Haims column: Making the best of it while the county is shutting down
As the country shuts down to take proactive measures and limit the spread of COVID-19, so is our county. Currently, all public and private schools have closed for at least three weeks because of the coronavirus. In effort to put our community’s health, safety and well-being first, restaurants and many businesses have closed — desperate measures for a desperate time.
So, what can you do during this period of shutdown?
In the absence of work and places to go where larger groups of people congregate, perhaps this may be a time to spend time with family, help others and give a lending hand to others within our community who may need assistance.
As schools and recreation centers are closed, I was wondering what children within the community were going to do to keep busy. While I had feared many would resort to their phones and electronics, I was happily surprised these past two weekends to see many children outside playing.
This weekend I saw children out riding their bikes, riding skateboards, throwing lacrosse balls, playing soccer, football, baseball, and in my neighborhood, I saw a few cleaning out the garage.
We live in an outdoor playground — while the weather holds out, encourage your kids to take advantage of it and get outside.
When the weather inhibits outside activities, consider spending time with your kids reading, playing board games, listening to Podcasts or TED Talks, doing arts/crafts, and spending time preparing and cooking meals.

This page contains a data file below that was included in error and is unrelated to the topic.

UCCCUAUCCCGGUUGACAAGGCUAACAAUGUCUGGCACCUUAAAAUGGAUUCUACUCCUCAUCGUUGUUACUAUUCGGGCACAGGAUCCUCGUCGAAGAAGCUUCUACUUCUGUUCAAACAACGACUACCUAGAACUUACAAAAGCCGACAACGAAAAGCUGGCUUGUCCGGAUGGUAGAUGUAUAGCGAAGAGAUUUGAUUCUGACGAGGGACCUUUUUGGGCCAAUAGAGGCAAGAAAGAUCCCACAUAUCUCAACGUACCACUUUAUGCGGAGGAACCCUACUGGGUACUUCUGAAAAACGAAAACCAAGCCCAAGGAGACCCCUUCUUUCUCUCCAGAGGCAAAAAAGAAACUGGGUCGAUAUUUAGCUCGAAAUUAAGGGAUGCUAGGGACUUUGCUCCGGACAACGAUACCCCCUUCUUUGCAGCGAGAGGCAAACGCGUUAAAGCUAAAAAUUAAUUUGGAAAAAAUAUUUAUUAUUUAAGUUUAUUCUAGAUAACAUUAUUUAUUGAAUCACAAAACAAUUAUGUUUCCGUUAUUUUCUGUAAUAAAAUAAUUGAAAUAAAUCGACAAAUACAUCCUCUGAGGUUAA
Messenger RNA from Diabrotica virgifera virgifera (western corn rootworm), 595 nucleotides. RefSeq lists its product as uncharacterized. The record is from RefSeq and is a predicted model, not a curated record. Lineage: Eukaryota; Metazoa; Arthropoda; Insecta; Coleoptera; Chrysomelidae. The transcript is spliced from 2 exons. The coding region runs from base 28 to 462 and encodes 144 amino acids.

Give a kid a hotdog, you feed them for the moment. Teach a kid to prepare a tomato pasta, baked chicken, roasted broccoli or a salad, you’ll give them important life skills to eat healthy for a lifetime.
For adults who are working from home or who have been temporarily laid off, perhaps the shutdown will provide time to get chores done that always seem to get put off. Does a room need painting or can closets be cleaned out? Does the yard need tending to? Can the garage finally be cleaned out and organized?
Because the coronavirus may pose a greater threat to our community’s elders, it’s important to remember that those who are younger and may have a greater ability to fend off the virus, have an important role to play.
One way to help is by offering to assist our elders get groceries and essential items. As this population will be more prone to isolate and avoid possible exposure, they may forego getting household and health items they may desperately need.
If you would like to offer a helping hand to our senior community, please reach out to Garfield County Senior Programs manager, Judy Martin at 970-945-9191, ext. 3061. If you cannot reach Judy, please try connecting with Debby Sutherland or Barbara Peterson — their phone extensions are 3084 and 3005, respectively.
For those who are healthy, able-bodied and have the means, please offer your assistance to help our aging community members. There are family members and caregivers who could greatly use some assistance.
As we all appreciate and value our outdoors, please consider looking around our town(s) for trash that has found its way to our roadsides and trails and so desperately needs to be removed. This could be a great opportunity for families to get outside together and do our part to bettering our community.
The shutting down of our community is going to cause many short- and long-term issues. Hardships will be inevitable. Nonetheless, we will persevere, and lives will be saved. Like the phoenix from the flame, we will rise.
Please think about those in our community who may need some help. Nothing can get you outside of yourself and provide greater self-worth than helping others.
Judson Haims is the owner of Visiting Angels Home Care in Glenwood Springs, Basalt, Aspen and the surrounding areas. He is an advocate for our elderly and is available to answer questions. His contact information is, http://www.visitingangels.com/comtns, 970-328-5526.
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